She did get me a copy of 501 French Verbs at some point, but I think that was for university. Grade 12 is when I really could have used it. Man.. I swear. Fifteen verb tenses over five weeks or some damned thing. We’re getting quizzes often and after weeks of low scores on them my teacher pulls me aside and says in English, “It looks like you’re having trouble with French verbs.” Wow. Chapeau. Hat’s off to Larry, lady. Thanks for finally noticing… I scraped by in the final, but I don’t remember by how much.

Neither of my parents got far into school. I think Dad finished Grade 9 but didn’t go much further and Mom might have quit before that on account of needing to care for her siblings or work or whatever. (I really ought to get both of them to dictate their life stories. I don’t know enough.) I have a sociology degree with a minor in philosophy and a year of elementary education thrown into the mix.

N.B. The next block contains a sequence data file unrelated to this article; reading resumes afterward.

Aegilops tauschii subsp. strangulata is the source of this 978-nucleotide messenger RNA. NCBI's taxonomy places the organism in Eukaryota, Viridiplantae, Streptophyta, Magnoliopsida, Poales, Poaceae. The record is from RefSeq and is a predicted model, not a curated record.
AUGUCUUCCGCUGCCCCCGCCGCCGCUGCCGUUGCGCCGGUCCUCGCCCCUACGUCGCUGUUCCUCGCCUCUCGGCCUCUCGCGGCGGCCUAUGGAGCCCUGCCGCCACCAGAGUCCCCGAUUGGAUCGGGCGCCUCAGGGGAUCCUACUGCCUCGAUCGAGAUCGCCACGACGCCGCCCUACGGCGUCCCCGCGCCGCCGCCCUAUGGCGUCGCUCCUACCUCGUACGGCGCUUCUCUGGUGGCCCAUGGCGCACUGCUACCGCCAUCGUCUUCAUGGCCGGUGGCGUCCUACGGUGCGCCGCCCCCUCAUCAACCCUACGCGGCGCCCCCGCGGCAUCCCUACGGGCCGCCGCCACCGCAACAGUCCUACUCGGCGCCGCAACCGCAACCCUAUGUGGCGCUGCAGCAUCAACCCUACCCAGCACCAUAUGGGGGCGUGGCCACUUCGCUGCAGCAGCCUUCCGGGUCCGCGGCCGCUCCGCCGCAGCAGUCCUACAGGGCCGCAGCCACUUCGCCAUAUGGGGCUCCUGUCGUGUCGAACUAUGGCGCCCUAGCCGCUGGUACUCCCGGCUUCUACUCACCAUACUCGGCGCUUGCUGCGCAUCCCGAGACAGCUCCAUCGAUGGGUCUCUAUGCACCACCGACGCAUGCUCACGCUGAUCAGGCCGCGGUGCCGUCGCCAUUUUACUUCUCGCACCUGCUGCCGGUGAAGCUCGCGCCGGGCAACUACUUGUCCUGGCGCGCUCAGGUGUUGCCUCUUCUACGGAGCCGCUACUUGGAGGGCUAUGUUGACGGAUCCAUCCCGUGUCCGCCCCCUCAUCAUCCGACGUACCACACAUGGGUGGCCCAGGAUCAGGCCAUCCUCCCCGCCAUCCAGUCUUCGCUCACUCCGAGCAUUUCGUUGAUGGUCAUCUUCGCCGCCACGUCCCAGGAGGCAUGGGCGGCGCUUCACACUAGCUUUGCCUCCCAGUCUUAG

The Man skipped the university route, opting to work those years instead, but is now putting his RESPs into an art program. He’s a few classes away from completion. He’s no slouch in the brain department either. His parents are teachers by trade. There was no getting away from getting good marks in that house.

His ex and mother of the Little Man got a youth care certificate of some sort. I don’t know if she tried any university courses prior to that. I’m thinking no.

Collectively we should be able to instill in the Little Man a sense of how important it is to work hard in school and do his best to understand and use what he’s learning. He’s in French immersion. The Man and I are very rusty with French and Ex has none to speak of so we’ll all learn with him as he starts Grade 1. Especially once we have to decipher his school assignments and make sure he’s doing them correctly. “Ah non, ce n’est pas correct, mon petit garçon… Ah oui! Très bien!”